Not so fast: "Upon further investigation the deputies watched a video recording the male had made that showed the female telling him that she was calling the police because he was making her leave the apartment and she would tell the police he assaulted her."

In case you're not aware, a second video of the Pride of Canton PD, Officer Harless, acting in unprofessional ways has surfaced; some professional thoughts on the videos and what's probably going through the CoP's mind over at Confederate Yankee.

It's noted that the crash of the chopper full of SEALs could possibly be one of the consequences of VP Biden being a loudmouthed fool.

That's about all the news I can deal with this morning. See you later.

Alphecca has more on the UN gun treaty, which includes

another means of registration by the back door AND trying to make things too expensive for people to deal with:
An especially costly potential regulation discussed at the conference last month would require gun makers to engrave sequential tracings on every one of some 3 billion bullets produced in the U.S. each year.Link

And that, [a gun manufacturer representative] said, would make guns more expensive for everyone.

“Manufacturers would have to pass on the cost to civilian customers.” Another controversial part of the treaty draft establishes a compensation fund for victims of gun violence, which would transfer money from countries that export weapons to countries that had suffered gun violence
Not just manufacturers; every store that sells ammo would have to maintain logs of every box and who it was sold to; paperwork and time costs. As to that money transfer... Ah, 'social justice' by a different name. Chances they'd actually enforce this against, say, North Korea? 0. Chances of trying to force us? 100%. Because there's not a chance they'd actually try to get money from, say Belgium for Germany because some clown in G used a gun made in F to commit a crime; this is one more bit of 'you have succeeded so you owe the world' crap from the socialists at the UN and all their little friends.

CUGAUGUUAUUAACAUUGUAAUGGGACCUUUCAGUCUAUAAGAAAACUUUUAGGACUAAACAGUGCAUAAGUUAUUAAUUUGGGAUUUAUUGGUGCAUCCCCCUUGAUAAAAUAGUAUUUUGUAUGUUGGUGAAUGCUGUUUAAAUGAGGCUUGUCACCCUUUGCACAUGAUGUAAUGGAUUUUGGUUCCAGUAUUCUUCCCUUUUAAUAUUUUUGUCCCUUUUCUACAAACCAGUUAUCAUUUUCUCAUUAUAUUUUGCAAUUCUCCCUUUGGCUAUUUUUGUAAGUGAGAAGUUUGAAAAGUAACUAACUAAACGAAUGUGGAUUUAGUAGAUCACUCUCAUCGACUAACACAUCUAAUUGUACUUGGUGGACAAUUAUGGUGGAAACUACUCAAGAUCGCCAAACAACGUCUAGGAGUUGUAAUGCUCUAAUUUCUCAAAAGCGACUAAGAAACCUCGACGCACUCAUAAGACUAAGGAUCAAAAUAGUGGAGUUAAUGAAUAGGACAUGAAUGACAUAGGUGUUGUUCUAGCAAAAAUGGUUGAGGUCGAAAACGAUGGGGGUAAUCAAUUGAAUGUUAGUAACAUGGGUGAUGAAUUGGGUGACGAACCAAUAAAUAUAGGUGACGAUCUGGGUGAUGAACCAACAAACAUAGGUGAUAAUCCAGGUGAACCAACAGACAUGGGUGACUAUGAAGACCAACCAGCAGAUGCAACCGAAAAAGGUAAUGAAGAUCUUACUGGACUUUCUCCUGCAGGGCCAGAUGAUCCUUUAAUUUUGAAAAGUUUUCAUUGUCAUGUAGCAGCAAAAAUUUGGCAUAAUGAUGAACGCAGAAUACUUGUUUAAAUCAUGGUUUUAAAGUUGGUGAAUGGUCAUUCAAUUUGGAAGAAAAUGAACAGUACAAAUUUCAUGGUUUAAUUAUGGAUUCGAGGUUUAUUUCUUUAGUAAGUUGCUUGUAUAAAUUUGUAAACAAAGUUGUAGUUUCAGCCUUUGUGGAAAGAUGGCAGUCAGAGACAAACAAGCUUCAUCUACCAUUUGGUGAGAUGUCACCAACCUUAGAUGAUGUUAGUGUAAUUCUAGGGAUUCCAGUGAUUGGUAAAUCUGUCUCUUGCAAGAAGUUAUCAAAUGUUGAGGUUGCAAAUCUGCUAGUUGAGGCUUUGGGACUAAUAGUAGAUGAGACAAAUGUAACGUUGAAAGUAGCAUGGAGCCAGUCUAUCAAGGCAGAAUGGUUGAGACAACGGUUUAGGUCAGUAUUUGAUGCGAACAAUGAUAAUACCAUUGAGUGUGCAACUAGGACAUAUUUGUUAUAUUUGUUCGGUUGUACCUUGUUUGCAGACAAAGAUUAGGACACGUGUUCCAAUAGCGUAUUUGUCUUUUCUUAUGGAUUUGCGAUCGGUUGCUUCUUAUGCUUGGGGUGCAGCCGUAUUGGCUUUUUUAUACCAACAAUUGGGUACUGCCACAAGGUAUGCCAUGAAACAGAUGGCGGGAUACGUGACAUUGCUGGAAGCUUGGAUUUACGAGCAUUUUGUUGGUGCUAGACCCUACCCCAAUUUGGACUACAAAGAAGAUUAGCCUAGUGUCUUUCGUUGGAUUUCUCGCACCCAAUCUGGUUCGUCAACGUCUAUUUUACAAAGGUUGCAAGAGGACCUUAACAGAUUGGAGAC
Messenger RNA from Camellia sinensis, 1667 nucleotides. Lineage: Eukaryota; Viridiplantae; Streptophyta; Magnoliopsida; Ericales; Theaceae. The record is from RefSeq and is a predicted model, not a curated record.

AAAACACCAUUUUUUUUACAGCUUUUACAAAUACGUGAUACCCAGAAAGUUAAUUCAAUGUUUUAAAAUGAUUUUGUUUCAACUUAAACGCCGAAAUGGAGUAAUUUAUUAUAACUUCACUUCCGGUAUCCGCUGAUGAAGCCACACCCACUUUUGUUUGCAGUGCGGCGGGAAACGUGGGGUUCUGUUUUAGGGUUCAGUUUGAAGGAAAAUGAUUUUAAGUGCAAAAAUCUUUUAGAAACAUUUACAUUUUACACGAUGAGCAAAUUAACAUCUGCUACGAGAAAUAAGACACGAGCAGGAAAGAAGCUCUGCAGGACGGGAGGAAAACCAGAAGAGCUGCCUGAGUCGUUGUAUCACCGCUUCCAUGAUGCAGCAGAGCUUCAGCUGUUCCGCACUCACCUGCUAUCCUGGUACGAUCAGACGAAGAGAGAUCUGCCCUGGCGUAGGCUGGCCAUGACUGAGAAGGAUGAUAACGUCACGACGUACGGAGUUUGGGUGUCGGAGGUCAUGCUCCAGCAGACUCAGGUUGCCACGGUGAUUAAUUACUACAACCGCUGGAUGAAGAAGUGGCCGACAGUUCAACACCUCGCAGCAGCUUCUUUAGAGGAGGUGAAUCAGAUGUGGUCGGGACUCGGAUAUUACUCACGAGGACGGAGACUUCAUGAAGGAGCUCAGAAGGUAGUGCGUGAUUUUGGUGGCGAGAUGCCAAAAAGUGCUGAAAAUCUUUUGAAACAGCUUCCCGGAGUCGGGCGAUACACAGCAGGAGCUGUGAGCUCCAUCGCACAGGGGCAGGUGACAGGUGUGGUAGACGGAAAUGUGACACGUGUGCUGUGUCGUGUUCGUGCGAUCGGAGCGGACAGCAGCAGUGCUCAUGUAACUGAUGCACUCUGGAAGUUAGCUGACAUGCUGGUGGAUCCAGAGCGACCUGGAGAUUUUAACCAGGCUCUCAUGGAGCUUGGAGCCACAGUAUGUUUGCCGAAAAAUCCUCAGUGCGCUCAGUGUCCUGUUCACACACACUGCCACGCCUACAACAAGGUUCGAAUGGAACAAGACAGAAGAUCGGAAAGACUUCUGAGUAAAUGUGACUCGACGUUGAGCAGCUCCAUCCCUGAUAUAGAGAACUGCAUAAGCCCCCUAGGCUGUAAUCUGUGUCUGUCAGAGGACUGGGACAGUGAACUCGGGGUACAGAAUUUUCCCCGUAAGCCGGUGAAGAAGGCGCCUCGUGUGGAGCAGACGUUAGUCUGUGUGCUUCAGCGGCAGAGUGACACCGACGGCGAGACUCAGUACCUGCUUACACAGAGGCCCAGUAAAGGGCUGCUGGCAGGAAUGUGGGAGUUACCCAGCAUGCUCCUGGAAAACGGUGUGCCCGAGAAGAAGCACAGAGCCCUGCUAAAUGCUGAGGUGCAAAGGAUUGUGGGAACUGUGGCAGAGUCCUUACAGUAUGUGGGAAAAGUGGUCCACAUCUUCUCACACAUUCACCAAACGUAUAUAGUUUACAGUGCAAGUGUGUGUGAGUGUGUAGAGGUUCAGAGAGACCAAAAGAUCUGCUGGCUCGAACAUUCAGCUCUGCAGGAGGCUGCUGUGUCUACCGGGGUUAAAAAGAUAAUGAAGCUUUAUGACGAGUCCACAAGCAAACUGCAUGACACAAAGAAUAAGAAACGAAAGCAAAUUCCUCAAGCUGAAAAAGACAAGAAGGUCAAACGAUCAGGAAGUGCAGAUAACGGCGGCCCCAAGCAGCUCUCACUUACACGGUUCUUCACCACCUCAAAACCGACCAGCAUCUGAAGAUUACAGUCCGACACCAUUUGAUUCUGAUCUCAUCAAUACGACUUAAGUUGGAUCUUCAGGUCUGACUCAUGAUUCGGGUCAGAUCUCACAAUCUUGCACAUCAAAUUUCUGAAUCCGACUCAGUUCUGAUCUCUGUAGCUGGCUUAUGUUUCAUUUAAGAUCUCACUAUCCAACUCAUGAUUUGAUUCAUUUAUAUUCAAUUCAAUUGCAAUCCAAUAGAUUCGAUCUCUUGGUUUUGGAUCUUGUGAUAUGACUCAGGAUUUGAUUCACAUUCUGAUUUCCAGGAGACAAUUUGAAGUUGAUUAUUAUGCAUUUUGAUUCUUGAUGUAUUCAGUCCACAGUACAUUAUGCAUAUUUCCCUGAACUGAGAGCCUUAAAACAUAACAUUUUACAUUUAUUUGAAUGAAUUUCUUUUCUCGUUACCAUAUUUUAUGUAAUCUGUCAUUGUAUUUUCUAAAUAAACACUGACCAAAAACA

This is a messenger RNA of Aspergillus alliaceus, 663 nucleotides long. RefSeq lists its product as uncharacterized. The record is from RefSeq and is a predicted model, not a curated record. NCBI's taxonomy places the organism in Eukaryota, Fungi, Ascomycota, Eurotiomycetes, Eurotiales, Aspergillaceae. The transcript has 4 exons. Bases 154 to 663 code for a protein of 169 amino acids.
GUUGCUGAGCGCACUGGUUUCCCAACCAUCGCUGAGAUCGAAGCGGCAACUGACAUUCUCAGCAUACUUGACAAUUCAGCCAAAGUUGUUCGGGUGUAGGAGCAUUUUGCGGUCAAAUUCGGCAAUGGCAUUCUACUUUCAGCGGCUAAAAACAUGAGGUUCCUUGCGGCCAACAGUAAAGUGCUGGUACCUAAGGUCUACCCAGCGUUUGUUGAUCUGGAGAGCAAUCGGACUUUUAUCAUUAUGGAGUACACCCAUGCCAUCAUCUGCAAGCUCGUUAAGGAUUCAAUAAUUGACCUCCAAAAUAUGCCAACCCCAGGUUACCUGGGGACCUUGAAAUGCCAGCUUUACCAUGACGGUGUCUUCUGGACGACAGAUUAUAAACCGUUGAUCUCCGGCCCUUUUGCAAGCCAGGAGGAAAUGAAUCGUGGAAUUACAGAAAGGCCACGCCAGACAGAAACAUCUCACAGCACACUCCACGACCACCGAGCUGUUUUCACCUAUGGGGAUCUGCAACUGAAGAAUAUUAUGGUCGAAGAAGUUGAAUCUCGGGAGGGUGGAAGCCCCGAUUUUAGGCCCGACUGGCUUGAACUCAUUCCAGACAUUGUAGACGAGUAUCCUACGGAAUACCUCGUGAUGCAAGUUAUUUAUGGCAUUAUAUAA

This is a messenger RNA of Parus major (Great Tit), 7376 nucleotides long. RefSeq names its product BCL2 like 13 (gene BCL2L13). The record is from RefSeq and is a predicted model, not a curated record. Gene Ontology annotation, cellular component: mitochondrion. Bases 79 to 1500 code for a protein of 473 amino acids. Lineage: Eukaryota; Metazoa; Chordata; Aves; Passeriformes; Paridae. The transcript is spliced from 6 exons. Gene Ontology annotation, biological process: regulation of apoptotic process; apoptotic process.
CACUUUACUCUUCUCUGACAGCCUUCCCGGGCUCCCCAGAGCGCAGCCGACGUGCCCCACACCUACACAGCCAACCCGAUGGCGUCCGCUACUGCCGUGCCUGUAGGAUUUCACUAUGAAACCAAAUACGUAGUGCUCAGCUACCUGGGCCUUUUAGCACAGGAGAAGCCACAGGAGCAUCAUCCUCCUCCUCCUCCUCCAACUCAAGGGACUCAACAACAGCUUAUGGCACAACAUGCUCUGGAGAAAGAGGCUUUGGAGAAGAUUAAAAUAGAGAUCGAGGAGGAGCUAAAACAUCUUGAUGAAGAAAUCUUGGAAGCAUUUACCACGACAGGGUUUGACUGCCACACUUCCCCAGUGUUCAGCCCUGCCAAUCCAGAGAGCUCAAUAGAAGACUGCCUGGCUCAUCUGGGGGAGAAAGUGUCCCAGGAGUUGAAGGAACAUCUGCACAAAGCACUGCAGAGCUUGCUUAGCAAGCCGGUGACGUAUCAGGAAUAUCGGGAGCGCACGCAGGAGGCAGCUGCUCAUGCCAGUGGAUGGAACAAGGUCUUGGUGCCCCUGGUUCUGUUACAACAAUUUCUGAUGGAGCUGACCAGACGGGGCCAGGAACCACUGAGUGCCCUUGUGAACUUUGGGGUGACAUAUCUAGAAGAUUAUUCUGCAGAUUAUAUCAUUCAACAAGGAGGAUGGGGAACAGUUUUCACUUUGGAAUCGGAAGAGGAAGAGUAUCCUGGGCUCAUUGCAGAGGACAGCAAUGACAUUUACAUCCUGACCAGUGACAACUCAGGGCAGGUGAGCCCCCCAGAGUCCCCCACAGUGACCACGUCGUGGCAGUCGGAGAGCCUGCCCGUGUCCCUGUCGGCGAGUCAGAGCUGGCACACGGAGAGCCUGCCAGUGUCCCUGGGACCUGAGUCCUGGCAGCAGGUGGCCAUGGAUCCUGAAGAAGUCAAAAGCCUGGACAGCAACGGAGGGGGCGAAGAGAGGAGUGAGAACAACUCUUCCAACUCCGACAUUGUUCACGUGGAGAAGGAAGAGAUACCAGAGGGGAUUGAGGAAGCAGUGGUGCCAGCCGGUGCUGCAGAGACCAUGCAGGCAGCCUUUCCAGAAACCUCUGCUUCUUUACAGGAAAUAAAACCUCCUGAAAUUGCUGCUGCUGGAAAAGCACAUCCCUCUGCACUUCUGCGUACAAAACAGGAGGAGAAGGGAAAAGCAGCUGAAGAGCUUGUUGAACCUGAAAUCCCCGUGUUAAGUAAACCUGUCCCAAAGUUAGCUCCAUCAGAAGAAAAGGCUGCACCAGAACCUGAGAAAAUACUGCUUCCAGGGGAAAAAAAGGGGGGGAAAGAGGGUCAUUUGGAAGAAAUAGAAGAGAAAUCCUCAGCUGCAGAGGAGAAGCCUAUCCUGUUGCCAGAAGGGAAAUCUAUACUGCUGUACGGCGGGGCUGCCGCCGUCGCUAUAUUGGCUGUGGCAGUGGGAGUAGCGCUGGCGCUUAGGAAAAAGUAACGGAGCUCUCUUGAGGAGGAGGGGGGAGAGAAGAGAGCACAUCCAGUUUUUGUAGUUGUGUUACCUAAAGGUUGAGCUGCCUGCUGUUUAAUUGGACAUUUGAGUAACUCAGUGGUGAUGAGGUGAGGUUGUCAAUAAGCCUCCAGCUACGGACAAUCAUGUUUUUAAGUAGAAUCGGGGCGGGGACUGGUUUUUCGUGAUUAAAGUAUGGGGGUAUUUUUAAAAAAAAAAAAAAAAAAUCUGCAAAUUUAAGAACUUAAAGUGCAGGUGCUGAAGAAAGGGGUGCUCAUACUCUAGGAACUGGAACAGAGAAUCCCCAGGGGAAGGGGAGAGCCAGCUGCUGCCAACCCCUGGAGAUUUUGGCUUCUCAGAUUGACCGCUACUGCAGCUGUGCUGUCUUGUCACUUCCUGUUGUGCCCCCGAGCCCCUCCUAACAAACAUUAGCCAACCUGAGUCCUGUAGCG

I can't decide if people like Calvin O.L. Henry are simpley race-baiting

assholes, or if he might actually be bigoted and stupid enough to believe this:
Are the members of Congress who signed no-new taxes pledges engaging in a criminal conspiracy to overthrow the government of the United States because President Obama is black? That’s the theory put forward by Calvin O. L. Henry, president of the Oregon Assembly for Black Affairs, in a July 5 letter to U.S. Attorney General Eric Holder.
“The undue influence of the Americans for Tax Reform and Grover Norquist and the signed pledges by 274 of the 289 members of the United States Congress reveal a sinister and open conspiracy to overthrow the Constitution of the United States by trying to cause President Obama to fail,” wrote Henry, who describes himself as a black American who served as an elections official in the Oregon secretary of state’s office.
Really, Henry? So what does that make all the Democrats who banded together to try to make us lose the war? Who tried to make President Bush fail?

Ah, but those were Democrats and Socialists! so that's different, right?